Author on the Grill: Rachael Craw

Spark is a new young adult series with a science fiction twist. An intense forbidden romance and a seemingly average girl with an incredible secret. Set to be released on July the first, click HERE to read the prologue and first chapter of Spark. Thanks to Walker Books Australia, I was able to interview the sassy, sarcastic and superbly awesome Rachael Craw with only days until her first novel is released.

Spark is a new and unique spin on the well loved roles in young adult. How did the concept for the series come about?


I had a dream I was running through a forest at night, incredible speed, crazy reflexes, stamina and strength. Then I was gripped by a terrible urgency and I knew there was a girl out there in the dark being hunted by somebody bent on killing her. I knew if I didn’t get there first that she would die and it was my responsibility to save her. When I woke I knew I had the seed of a story (the seed I had prayed for just before going to sleep! What the?). I immediately began to ask questions: why was I so fast, strong etc? How did I know the girl was in danger? Why did someone want to kill her? Why was it my responsibility to keep her safe? It didn’t feel like magic, it felt like being a bit of a superhero, like radio-active spider bite material, or the result of chemical-X. That dream became the prologue of Spark.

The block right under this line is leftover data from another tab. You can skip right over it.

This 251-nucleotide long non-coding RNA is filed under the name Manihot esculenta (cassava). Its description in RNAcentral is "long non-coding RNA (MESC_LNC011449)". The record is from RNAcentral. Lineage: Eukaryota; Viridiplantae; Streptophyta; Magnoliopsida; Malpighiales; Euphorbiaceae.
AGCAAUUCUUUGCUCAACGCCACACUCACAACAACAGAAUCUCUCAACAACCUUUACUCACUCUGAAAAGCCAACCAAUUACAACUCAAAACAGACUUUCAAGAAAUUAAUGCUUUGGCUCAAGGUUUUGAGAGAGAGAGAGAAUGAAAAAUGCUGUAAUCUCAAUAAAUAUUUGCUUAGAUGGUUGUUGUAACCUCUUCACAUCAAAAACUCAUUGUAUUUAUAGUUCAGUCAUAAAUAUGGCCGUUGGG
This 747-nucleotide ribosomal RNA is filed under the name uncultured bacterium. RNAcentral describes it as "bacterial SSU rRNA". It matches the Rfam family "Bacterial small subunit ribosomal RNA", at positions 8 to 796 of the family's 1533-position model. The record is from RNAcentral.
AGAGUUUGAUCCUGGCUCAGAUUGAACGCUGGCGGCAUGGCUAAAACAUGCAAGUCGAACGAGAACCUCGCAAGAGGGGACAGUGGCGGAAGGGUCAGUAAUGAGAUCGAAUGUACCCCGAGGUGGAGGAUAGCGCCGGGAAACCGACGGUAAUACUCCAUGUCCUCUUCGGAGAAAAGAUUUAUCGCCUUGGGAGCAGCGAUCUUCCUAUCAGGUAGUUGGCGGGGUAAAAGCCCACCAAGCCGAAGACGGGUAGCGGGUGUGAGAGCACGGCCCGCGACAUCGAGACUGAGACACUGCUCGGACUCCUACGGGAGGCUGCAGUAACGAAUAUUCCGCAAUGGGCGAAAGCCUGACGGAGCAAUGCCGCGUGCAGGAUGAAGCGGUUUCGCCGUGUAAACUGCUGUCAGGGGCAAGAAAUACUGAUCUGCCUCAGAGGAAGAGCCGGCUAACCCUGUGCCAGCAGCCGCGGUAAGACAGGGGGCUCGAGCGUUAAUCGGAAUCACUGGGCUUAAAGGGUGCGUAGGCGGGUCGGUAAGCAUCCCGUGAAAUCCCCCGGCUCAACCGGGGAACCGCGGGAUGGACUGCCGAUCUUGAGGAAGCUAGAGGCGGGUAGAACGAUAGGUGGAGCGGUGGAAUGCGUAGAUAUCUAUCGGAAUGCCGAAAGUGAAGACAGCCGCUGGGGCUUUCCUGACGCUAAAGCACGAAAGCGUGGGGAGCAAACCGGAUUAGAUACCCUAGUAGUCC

I really enjoyed Evie's character. She was a mix of sass and an incredible amount of maturity for a girl with another life in her hands. What was the inspiration behind her character?


Even though I wanted this somewhat comic-book premise for the story I also wanted my protagonist and the world of Spark to be grounded in the here and now. Evie is pretty normal, down to earth, caring and kind but she’s also self-conscious, self-doubting, justifiably angsty (given her circumstances) and simply trying to survive her life, her lot. I’m not sure about inspiration… I deliberately gave her my hair and skin, purely because I could. I hated growing up with no characters that looked like me on TV, in movies or books. The closest I had was Snow White but she just did housework, fell into a coma then married the first guy who kissed her. I worshipped Wonder Woman but even she had a tan. There might be some of me in Evie in terms of sarcasm and the way she reacts to circumstances (though I relate more to Miriam) but I’m easy going, cheerful, optimistic. Plus, Evie’s tougher, braver and more determined than I am. I could never be a Shield. I’m against physical discomfort in all its forms and if someone punched me, I’d probably bawl
I loved how the characters communicated with one another, naturally. Were you mindful to create realistic characters who were able to interact with one another with ease, that readers could relate to their relationships?